We can all relate to having customer experiences that left us feeling tired and frustrated — versus having other experiences that helped us to seamlessly accomplish tasks. We’re all customers in one way or another, and we expect the government to provide the same quality of service that we’ve come to expect from the private sector.
Customer experience (CX) in government used to be more compartmentalized amongst silos and less unified across departments. But the government has come to the point of considering CX holistically, as the sum of all experiences that government agencies are having with customers over time. CX has come to the forefront, appearing in the President’s Management Agenda, and in legislation like the 21st Century Integrated Digital Experience Act (IDEA). CX can no longer be separated from the way governments operate.
Gaye Adams, Director of Executive Services of the Office of Larry Hogan, State of Maryland, knows firsthand that surveying all the touchpoints of customer experience is crucial to developing a state government-wide strategy.
“We’re very service-oriented, we want to get services delivered in a timely manner,” Adams explained in the GovLoop online training “Government Insights: Crafting a Customer Experience Strategy.” “In doing that, we saw that we were missing a key component, which was how a customer feels after they interacted with our agency. We needed to make sure that the process was as painless and paper-free as possible by looking at the process as a whole.”
The experience across the agency models the one that citizens expect from private industry, according to Adams. The objectives of improving CX are consistent between the public and private sectors- retaining customers by improving satisfaction. Adams stated that her job is to make sure that the constituents are taken care of.
Nicole Blake Johnson, Managing Editor at GovLoop, also spoke at the online training about the uniform challenges that arise when addressing CX. This topic, and other nuances of CX, are covered in Johnson’s new guide, “Government’s Customer Experience Playbook.”
The main challenge, according to Johnson, is that CX is bigger than a single position; it’s everyone collectively working together and explaining to employees why CX matters.
Adams and Eric Romero, Director of Information Services of the City of Baton Rouge, agreed. Romero elaborated: “On our side, it’s internal struggles that we have to overcome. We’re government so we’re stuck in our ways. We have to break the mold and understand that improving CX goes beyond the surface.”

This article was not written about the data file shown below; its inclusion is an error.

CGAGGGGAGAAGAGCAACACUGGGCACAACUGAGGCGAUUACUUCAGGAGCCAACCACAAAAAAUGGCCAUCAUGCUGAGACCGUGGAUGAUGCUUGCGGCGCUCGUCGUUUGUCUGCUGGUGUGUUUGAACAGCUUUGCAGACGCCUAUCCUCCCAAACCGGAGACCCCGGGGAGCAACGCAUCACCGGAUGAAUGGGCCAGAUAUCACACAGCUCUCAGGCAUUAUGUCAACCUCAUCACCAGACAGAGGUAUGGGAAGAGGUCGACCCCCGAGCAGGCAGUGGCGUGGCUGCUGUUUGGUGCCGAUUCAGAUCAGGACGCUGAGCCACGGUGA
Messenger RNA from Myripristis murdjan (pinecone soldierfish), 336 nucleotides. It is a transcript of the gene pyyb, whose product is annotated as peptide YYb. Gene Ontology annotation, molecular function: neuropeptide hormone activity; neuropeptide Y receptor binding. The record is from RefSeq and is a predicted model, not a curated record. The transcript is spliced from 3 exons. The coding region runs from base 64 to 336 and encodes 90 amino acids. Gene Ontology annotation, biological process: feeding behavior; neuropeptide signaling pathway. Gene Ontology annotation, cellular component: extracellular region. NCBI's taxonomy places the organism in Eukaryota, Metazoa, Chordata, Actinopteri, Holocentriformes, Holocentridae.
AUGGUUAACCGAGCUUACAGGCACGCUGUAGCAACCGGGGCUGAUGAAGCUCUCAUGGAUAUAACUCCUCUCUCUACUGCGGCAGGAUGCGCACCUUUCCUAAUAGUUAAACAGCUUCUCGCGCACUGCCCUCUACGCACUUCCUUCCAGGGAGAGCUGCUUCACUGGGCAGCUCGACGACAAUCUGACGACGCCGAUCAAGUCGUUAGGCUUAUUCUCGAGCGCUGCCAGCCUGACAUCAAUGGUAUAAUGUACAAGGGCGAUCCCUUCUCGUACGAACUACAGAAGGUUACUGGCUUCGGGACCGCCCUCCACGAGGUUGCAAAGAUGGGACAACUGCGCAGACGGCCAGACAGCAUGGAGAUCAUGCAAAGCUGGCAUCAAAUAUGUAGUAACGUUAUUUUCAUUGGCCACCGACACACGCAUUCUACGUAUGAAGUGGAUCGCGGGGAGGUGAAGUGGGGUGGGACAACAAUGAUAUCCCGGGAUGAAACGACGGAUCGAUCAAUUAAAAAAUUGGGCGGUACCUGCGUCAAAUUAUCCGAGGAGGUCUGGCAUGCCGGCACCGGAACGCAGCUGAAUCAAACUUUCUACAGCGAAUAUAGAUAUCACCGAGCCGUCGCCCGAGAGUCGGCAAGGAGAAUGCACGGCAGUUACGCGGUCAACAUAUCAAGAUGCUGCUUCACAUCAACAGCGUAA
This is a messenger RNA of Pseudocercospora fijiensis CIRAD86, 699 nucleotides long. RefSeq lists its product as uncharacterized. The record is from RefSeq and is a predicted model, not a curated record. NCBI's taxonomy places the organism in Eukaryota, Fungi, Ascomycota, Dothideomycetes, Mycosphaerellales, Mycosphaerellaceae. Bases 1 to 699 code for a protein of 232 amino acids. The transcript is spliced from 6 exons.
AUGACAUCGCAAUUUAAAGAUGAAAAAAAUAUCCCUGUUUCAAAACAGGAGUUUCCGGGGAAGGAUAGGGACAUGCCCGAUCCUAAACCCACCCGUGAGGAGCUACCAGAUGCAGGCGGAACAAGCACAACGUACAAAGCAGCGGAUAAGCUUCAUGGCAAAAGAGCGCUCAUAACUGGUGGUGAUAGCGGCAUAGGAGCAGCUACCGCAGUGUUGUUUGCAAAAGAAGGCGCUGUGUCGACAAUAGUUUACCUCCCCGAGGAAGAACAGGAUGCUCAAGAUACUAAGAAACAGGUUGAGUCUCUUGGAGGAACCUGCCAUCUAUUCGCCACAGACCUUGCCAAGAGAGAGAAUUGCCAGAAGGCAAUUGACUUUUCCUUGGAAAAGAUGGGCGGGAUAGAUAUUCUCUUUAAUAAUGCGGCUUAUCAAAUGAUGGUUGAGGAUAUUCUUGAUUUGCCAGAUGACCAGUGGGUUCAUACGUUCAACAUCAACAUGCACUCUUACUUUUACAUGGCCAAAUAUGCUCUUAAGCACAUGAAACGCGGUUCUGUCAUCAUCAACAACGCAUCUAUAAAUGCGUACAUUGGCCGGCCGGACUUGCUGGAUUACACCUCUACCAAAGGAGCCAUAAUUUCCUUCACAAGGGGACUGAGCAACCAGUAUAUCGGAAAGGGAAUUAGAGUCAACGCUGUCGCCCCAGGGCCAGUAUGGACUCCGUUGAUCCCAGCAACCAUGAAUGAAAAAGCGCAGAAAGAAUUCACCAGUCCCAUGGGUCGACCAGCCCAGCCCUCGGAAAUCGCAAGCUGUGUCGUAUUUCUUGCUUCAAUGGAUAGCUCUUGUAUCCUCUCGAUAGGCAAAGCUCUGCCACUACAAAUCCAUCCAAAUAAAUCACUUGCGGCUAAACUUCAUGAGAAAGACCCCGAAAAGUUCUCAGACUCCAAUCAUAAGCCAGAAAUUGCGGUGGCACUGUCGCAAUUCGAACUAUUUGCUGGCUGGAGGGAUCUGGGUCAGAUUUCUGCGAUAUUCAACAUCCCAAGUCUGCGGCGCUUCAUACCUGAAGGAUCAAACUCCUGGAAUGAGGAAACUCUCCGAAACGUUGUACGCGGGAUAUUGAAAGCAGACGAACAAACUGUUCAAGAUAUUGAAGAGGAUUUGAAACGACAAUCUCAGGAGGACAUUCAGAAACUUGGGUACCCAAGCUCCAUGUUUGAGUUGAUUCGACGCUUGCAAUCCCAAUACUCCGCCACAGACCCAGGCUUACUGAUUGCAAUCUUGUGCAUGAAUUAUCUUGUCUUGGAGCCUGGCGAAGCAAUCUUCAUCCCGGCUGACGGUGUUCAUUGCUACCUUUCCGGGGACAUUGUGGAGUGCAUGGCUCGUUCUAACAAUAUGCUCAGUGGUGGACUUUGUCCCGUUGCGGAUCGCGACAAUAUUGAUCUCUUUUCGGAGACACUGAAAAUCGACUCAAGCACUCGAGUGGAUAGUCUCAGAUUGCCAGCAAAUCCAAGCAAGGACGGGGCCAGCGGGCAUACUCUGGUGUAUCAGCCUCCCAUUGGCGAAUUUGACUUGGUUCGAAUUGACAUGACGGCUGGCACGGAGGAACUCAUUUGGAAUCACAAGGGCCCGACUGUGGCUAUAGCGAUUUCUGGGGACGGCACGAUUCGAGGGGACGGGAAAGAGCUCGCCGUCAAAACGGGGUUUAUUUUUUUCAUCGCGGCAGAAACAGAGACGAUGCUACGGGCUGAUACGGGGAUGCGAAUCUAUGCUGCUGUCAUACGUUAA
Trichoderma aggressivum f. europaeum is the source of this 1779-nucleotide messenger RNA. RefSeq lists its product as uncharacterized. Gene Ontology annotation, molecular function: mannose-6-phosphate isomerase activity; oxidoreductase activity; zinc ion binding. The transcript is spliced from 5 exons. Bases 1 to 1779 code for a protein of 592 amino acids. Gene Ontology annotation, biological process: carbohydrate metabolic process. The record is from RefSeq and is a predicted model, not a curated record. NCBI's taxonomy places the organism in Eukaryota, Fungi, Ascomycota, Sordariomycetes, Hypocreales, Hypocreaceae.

CX has the potential to be an issue that unifies an entire agency. It ties employees to the heart, the purpose, of what an agency does. People naturally become more motivated when they’re reminded of the parts they play in making a difference.
An additional challenge is communicating CX measures to the right groups. As Adams noted, there are five generations out there, and agencies must reach them all. Agency officials have to know their constituencies, but this is a multi-level, not just a one-way, effort.
Romero also noted the difficulty of getting the word out without a budget for advertising. His team always does a press release, so people might know about it from the news, but the article eventually goes away. Romero addresses this by promoting through sessions at libraries or at district council meetings.
Another challenge is misinterpreting CX as merely digitizing services. Even though people may connect improved CX and improved digital services, CX is about more than digitization. A bad process is a bad process, regardless of whether it’s digital or on paper.
Johnson also stated that building trust with a constituency is important. “It shouldn’t take a 50-question survey to ask people if they liked the service,” Johnson said. “Really it comes down to if the customer would refer you to someone else.”
Christopher Dorobek, the Executive Editor at GovLoop’s DorobekINSIDER and moderator of the online training, summed it up well: “Good customer experience is contagious. If you do it right, people will tell other people.”